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Leaked AT&T document shows the carrier’s 4G LTE plans, $3.8 billion cost

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AT&T is desperately trying to win regulatory approval for its proposed $39 billion merger with T-Mobile, but so far, things aren’t going well for the carrier. Lawmakerscustomers, and the CEO of Sprint are rising up against the deal. In response, AT&T is suing its own customers who have been trying to block the merger and has subtly threatened higher prices and lower quality service if the deal doesn’t go through.

Today, the saga continues. Gizmodo has leaked a confidential document written by AT&T to the FCC explaining why the carrier will refuse to build out its LTE network to reach the entire country unless the merger with T-Mobile is approved. The document explains that, prior to the merger, AT&T’s LTE plan was to cover 80 percent of the U.S. population with 4G LTE service and 97 percent with supercharged HSPA+ 3G service. Building the LTE network out to those remaining 17 percent was deemed too expensive, with a price tag of $3.8 billion. 

Without the merger, AT&T plans to deploy 4G LTE service to 70 million people by the end of 2011, 170 million by the end of 2012, and 250 million by the end of 2013. If the T-Mobile deal goes through, they’ll push it out to 97 percent of Americans within six years of the deal closing (2018, at the earliest).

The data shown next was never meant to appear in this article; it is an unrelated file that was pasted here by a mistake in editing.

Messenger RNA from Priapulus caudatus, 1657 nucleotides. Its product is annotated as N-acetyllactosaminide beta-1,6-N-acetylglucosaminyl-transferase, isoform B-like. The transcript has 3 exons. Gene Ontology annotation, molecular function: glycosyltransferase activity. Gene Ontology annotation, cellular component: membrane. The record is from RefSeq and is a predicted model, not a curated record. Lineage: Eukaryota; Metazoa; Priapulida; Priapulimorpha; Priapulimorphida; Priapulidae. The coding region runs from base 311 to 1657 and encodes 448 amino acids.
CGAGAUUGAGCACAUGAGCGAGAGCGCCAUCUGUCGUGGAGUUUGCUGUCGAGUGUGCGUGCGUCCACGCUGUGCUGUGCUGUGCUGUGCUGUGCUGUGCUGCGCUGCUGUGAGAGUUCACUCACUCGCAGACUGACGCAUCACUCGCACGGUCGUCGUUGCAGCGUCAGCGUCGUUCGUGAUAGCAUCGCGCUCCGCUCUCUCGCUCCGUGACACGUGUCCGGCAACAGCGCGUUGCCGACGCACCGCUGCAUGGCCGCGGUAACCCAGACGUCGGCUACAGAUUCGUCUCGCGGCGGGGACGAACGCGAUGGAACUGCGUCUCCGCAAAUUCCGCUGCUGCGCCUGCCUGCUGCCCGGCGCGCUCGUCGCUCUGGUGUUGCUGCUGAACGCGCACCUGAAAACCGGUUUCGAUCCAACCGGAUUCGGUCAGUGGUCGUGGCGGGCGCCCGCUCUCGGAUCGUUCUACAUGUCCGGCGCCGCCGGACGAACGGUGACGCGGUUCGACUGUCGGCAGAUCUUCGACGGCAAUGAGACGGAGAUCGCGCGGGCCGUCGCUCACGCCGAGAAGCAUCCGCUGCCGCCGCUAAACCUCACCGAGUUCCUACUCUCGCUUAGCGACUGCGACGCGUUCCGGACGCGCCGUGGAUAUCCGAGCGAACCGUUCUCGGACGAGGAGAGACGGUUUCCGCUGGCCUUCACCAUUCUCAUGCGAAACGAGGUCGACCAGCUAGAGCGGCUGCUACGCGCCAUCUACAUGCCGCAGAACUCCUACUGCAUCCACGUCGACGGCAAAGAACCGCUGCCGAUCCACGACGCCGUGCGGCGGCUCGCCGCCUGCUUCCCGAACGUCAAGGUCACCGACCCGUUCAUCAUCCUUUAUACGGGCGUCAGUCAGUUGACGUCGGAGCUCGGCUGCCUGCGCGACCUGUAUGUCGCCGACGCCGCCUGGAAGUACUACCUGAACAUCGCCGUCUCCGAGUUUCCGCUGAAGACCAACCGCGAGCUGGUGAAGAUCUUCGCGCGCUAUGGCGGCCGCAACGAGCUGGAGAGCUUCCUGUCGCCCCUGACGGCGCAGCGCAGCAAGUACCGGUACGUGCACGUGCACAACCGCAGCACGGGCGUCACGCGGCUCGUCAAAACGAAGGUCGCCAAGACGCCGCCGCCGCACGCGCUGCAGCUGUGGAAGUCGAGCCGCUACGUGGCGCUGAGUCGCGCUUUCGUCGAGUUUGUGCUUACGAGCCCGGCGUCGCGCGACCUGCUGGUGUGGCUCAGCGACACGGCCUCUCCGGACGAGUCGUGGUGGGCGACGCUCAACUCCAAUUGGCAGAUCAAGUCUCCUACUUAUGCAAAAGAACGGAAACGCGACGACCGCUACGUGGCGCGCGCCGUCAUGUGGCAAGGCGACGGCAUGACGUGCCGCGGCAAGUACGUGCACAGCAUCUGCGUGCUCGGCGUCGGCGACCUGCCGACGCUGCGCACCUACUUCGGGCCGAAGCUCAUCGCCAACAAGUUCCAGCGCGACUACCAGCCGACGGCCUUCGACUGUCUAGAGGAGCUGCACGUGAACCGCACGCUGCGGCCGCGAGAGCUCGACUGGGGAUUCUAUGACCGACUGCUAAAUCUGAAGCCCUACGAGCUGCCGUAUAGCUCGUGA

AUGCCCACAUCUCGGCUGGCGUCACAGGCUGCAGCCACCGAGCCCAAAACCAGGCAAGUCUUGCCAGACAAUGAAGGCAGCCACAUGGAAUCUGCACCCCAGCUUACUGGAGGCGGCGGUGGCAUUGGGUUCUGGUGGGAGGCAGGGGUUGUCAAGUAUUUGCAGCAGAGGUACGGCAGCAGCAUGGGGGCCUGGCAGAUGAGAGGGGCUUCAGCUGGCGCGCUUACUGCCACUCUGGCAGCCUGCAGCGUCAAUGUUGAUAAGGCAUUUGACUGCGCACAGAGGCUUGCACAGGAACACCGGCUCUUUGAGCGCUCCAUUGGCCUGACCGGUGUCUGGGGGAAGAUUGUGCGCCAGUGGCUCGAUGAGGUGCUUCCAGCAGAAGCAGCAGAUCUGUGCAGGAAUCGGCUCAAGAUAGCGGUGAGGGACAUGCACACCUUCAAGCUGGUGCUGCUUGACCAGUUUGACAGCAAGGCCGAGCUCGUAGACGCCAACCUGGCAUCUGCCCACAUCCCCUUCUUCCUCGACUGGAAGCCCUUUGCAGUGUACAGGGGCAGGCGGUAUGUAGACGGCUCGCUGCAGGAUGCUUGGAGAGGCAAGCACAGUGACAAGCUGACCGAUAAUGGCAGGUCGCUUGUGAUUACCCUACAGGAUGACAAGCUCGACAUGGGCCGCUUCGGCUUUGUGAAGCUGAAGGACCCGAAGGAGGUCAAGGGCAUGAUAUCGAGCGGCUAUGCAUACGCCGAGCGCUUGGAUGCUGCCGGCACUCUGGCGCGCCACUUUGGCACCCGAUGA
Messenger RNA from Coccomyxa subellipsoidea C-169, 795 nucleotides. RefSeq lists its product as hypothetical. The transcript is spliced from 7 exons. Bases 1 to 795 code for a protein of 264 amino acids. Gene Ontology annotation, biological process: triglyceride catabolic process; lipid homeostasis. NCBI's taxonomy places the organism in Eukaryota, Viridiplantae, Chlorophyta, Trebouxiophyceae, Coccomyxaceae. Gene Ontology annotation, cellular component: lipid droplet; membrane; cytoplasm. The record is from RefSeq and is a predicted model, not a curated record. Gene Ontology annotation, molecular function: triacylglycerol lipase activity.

According to the document, while AT&T’s marketing department wanted the company to hit 97 percent of Americans with LTE, executives couldn’t justify the large cost, especially considering how little they may see back in revenue from the rural population. However, should the T-Mobile deal go through, the plan would be entirely feasible and make economic sense, though no specific numbers were given on specifically how acquiring T-Mobile makes the rollout cheaper.

This document is handcrafted for the FCC, which, along with the Obama administration, desperately wants to see the entire United States get access to broadband Internet. Believe it or not, there are still sections of the country stuck on dial-up connections. Compared to the price of rolling out wire to every rural home, wireless broadband is a more affordable way to connect some Americans to broadband. Unfortunately, we feel sorry for these Americans, as they’ll have to pay extremely high prices for just a few gigabytes of broadband access–unless prices come down. Cable and DSL providers tend to offer unlimited or large 150-250GB data caps for cheaper prices than a 2-4GB smartphone data plan. And what about the 3 percent of people who aren’t covered by AT&T’s plan? 

From the tone of the document, it sounds as if AT&T is the only 4G LTE provider that could provide the rural masses with mobile broadband. That isn’t the case, as Verizon has already launched and is rapidly expanding its 4G LTE coverage. AT&T’s network isn’t yet  online.

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